Distortion on the Immortal Performances issue is absolutely minimized, and the sound on the Guild seems a touch drier. The opening of act II, that celebration of happiness and youth, is all the more joyous in the new issue, while the solemnity of the Prelude to act III is all the more sonorous (this portion of the score also heralds some of Bodansky’s finest conducting). At the lower dynamic levels the excellent chorus of apprentices has more presence; Emanuel List’s Pogner has a creamily full tone, but it is to Sach’s Fliedermonolog, surely, that all ears go. Here, Schorr’s marvellously full yet focused voice seems perfectly in step with Wagner’s intentions, and in the new transfer one can really follow the perfectly sculpted phrases without interruption. His Wahnmonolog, too, is heard with new clarity. It is important to note that in the new incarnation of this Meistersinger it is much less a case of the ear valiantly adjusting to the sonics. Detail is more immediately audible, without doubt, and altogether the experience is more comfortable.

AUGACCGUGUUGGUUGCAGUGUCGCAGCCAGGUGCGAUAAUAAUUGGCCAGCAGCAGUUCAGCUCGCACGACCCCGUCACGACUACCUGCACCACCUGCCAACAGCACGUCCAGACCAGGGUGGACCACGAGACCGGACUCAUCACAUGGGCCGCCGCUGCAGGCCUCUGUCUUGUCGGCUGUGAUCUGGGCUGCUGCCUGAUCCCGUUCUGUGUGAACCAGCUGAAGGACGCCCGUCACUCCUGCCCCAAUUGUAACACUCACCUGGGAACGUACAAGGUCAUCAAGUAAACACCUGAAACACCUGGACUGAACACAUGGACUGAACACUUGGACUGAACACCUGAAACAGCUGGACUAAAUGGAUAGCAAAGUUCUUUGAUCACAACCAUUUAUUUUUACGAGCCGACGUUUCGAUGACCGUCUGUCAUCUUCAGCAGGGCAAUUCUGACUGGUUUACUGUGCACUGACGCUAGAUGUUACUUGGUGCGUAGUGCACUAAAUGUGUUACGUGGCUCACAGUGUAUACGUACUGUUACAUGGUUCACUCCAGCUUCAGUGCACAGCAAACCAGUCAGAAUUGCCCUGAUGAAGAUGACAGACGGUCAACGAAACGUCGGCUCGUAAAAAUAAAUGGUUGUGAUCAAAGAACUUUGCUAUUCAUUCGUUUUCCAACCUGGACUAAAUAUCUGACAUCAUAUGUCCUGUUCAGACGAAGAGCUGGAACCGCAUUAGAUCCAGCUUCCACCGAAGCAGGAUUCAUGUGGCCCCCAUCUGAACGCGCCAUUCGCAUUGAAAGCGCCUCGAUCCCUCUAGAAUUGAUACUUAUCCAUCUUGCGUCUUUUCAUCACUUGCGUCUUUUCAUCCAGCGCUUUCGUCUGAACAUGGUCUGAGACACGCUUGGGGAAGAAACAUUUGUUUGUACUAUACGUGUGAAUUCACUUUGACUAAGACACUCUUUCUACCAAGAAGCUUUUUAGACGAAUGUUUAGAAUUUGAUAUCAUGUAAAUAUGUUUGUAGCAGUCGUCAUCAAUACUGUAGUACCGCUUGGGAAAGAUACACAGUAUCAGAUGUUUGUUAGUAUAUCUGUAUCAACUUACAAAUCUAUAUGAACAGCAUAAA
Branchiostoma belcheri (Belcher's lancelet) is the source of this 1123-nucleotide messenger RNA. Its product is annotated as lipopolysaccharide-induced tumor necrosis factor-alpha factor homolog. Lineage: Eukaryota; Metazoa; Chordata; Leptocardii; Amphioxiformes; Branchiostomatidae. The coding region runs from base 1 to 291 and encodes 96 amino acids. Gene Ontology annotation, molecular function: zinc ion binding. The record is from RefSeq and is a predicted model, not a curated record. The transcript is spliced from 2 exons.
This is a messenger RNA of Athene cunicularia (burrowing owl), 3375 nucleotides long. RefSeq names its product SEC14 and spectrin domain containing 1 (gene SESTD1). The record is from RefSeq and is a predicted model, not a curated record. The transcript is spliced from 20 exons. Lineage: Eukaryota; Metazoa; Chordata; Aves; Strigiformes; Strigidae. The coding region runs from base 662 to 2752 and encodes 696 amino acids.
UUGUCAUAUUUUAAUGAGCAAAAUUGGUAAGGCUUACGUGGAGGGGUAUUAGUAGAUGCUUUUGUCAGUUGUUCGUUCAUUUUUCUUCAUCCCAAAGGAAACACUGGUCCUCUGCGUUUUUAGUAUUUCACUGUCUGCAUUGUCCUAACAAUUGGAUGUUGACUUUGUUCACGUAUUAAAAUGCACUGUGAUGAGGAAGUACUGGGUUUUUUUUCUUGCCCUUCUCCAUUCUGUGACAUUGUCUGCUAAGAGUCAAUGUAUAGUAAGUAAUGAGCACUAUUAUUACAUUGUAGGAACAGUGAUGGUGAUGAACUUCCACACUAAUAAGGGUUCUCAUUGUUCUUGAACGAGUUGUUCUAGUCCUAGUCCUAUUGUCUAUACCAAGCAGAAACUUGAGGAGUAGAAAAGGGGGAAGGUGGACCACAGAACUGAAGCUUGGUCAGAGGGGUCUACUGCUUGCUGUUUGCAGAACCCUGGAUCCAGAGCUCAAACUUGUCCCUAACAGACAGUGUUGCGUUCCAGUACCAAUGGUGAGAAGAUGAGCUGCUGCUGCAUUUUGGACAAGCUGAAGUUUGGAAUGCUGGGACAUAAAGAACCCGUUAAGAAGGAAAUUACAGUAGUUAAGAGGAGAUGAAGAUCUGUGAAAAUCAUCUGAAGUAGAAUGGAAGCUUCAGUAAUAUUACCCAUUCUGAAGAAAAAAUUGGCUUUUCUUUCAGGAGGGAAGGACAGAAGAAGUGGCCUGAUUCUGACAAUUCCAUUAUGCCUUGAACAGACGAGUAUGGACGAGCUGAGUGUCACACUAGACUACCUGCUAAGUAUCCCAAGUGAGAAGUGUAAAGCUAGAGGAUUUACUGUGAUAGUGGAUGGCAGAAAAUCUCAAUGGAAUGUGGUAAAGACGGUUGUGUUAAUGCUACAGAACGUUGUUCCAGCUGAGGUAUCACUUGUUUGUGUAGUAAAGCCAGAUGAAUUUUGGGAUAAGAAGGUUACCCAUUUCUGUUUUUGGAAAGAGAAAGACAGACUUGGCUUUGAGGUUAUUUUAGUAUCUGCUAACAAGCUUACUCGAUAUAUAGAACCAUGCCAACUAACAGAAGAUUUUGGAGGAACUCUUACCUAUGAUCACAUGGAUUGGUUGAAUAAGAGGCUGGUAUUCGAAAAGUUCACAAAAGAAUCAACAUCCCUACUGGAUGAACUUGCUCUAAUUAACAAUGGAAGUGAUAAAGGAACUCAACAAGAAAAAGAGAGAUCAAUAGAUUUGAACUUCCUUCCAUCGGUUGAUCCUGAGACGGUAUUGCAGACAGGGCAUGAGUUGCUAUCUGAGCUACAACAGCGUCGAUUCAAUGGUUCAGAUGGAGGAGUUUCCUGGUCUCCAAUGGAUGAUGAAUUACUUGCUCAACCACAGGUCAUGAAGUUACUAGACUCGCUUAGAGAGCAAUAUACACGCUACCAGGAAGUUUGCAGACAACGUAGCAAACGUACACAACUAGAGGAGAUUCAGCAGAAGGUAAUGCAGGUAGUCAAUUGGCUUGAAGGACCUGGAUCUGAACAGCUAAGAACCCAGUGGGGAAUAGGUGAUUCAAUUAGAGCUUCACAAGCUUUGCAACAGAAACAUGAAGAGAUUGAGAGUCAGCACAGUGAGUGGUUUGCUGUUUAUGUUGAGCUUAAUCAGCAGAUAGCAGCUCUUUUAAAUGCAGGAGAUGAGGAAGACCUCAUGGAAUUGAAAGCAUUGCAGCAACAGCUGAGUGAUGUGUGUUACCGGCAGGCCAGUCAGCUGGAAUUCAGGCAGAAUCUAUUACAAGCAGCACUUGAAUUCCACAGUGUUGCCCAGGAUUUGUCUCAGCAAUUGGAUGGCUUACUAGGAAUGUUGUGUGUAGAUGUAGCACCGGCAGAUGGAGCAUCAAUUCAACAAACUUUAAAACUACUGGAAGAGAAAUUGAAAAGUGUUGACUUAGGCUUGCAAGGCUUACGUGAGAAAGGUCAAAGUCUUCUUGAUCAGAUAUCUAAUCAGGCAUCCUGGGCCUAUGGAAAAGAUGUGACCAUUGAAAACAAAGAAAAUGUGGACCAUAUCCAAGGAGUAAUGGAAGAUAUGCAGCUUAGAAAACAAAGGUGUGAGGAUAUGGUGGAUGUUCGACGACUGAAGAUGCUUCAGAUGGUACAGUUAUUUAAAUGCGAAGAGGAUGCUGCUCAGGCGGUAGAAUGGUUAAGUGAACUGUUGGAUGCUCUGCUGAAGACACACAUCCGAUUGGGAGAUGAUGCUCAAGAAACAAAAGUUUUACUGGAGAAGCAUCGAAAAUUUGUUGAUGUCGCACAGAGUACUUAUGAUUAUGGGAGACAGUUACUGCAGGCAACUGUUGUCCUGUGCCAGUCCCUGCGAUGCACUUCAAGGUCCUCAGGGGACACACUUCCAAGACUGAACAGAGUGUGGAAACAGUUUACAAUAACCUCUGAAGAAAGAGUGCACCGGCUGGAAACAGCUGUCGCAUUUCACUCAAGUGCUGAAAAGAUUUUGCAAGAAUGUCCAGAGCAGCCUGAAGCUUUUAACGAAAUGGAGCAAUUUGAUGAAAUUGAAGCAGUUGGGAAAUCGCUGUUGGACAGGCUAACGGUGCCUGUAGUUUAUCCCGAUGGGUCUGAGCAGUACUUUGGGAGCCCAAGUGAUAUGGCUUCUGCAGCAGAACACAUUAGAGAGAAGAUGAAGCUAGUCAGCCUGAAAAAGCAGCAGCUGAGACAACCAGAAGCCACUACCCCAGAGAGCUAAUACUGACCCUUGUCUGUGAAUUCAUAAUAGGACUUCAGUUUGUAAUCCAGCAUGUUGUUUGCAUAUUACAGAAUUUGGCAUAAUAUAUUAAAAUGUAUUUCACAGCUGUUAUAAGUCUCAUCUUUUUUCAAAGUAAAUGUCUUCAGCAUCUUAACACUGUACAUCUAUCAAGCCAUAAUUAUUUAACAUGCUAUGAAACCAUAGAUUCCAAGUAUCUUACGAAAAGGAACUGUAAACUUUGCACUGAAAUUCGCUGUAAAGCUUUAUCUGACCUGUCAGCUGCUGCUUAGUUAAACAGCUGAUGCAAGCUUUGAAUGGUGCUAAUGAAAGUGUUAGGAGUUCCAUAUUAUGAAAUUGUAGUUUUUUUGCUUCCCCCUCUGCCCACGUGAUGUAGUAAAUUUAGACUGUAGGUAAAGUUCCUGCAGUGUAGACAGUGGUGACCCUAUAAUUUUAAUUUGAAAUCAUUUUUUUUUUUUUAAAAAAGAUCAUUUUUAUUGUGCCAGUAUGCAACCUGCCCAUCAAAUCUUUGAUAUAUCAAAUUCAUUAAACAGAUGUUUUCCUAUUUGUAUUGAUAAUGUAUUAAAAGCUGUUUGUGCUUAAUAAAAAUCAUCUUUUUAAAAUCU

Just as important is the reproduction of the female voices, especially when a document of Elisabeth Rethberg’s Eva is at stake. While this might be preaching to the converted, it is still worthwhile restating that Rethberg was one of the great Evas (in fact she seemed to turn just about everything she touched to vocal gold). The good news is that there are moments here when the background is all but silent. There is a slight amount of color on Rethberg’s high register, but it is not off-putting, and her scene with Sachs in the central act is gripping. Karin Branzell provides a lovely complement to her in the role of Madalene. Maison’s Walther sounds even more youthful freed (to an extent) from some of the mists of time; his act III “Morgenlich leuchtet” is magnificent, the voice still confident and heroic at this late stage in the piece.